I’ve noticed a simple pattern that has a complicated effect on our lives:
- Something happens.
- We make an assumption about what that event means – about ourselves, about others, about the world and how we fit within it.
- We live our lives as if that assumption is true.
To put this into context, here’s an example from my own life:
- In my final year of high school, I submitted a piece of science fiction for a short story assignment. My English teacher asked if I was ESL and gave me my first D (I was a straight A student).
- I started to believe that my writing sucked, that my teacher was right, that it would be safer not to write (and risk rejection), and ultimately that I couldn’t write.
- I went into engineering (where everything clearly had a right or wrong answer) and ended up in the business world as a management consultant after that.
To sum it up: A single assignment. One creative risk. A presumptuous question from a person in a position of authority (“Did you just transfer to regular English from ESL? Oh, I thought because of your name that maybe…”). One crushed ego. A bad grade. Major life decisions (education + career). Potentially a lifetime of me telling myself and others, “I can’t write.”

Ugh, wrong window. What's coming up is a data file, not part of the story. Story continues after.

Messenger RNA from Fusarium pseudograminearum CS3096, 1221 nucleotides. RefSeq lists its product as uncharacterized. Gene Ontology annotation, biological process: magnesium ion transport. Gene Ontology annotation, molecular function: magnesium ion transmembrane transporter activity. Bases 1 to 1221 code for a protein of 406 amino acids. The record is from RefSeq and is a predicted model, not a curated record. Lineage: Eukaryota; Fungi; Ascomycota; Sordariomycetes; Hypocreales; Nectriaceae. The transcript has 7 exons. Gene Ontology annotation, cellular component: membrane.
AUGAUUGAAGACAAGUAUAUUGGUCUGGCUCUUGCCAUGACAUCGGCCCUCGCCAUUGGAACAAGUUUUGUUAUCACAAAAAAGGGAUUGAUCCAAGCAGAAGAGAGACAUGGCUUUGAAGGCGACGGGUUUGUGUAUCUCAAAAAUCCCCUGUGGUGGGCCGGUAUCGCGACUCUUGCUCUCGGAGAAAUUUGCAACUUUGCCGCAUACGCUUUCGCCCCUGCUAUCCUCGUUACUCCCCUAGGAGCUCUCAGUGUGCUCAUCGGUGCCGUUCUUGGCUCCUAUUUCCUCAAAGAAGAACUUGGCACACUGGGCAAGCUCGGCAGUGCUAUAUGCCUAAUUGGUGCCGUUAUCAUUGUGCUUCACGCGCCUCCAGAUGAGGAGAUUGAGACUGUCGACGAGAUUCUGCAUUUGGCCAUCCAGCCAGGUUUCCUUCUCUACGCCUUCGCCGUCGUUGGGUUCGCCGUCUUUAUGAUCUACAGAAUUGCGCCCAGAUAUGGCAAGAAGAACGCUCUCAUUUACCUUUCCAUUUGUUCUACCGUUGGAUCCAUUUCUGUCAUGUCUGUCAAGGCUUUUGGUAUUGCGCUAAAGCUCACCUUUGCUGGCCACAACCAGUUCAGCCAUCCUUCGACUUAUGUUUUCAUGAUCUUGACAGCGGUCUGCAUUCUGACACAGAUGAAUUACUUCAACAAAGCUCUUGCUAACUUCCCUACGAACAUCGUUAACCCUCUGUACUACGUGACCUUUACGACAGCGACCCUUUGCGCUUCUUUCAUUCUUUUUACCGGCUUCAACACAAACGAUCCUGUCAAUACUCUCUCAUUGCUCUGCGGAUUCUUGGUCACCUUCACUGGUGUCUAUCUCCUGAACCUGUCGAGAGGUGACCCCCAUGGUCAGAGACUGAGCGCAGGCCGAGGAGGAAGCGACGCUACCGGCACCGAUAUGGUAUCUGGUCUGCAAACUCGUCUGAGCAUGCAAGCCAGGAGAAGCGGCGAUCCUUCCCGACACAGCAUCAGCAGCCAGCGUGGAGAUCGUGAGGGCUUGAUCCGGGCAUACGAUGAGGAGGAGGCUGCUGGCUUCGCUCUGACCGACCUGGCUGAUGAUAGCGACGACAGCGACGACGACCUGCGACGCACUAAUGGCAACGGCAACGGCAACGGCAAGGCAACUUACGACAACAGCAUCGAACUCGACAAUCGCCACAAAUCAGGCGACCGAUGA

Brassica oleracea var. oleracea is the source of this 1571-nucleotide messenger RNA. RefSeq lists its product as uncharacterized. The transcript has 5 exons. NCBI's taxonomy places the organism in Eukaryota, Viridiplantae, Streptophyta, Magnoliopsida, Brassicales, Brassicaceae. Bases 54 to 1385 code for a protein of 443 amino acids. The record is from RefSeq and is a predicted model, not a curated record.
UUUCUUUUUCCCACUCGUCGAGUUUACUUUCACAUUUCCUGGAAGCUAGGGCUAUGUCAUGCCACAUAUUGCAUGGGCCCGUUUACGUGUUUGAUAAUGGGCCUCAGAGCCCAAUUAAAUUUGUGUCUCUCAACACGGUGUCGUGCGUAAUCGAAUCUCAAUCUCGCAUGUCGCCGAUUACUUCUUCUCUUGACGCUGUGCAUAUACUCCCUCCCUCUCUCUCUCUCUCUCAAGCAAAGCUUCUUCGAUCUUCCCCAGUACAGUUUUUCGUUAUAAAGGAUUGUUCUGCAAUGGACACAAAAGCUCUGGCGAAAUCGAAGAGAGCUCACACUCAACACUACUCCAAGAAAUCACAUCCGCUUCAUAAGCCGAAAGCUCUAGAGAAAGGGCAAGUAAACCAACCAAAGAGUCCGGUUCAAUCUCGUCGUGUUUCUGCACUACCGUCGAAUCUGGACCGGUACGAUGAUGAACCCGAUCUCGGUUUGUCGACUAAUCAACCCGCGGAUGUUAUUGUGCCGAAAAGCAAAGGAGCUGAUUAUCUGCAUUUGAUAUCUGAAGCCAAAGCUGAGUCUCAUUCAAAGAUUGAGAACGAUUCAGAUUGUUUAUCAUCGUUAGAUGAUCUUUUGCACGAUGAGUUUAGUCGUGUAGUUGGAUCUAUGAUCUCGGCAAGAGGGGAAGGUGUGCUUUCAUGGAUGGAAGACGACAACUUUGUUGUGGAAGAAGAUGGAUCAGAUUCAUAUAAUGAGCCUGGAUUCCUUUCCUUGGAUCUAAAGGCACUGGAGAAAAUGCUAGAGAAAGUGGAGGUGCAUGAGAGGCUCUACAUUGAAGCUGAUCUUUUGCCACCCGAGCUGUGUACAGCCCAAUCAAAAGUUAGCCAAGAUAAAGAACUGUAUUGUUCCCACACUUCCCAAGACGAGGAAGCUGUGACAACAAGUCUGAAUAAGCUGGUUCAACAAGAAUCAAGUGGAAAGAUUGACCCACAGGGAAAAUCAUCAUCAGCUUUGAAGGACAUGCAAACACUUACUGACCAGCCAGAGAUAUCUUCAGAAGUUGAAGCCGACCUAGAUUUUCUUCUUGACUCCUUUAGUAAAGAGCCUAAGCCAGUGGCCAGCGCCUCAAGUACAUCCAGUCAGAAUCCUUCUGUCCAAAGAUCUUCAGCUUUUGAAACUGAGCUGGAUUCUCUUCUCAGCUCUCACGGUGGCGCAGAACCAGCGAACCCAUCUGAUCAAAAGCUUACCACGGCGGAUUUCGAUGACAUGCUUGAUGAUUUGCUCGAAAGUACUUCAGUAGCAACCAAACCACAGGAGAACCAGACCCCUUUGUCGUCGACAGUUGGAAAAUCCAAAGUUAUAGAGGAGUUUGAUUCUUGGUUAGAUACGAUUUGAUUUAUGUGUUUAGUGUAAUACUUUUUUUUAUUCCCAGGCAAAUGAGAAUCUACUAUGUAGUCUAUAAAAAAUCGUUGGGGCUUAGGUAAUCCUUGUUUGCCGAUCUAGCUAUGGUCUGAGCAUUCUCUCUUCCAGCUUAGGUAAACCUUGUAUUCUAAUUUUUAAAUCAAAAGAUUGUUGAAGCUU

All this in spite of the fact that my sister’s been telling me, “You should be a writer!” since I was 12.
It’s kinda crazy how that can happen.
The problem here isn’t what happened. It isn’t the fact that my teacher didn’t like the short story, or that I got a bad grade.
It’s that I interpreted that experience in a way that was disempowering for me and started to believe something that wasn’t necessarily true.
Even worse, I used it to justify not doing something that I enjoy. (To be honest, I thought my short story was awesome. I loved writing it. I had never been so excited or scared to turn something in!)
Life is constantly moving forward. Things are going to happen that we may or may not like.
But how we interpret those events is an entirely different thing; the meaning we make from an experience is entirely up to us.
When something doesn’t feel good, it’s easier to jump to conclusions to explain our discomfort than to actually face the discomfort itself.
That’s where limiting beliefs come from: the assumptions we make about our experience of life.
We all have events in life that make us question what we believe we’re capable of.
The real question is this: Will we let those experiences define us and make our decisions for us?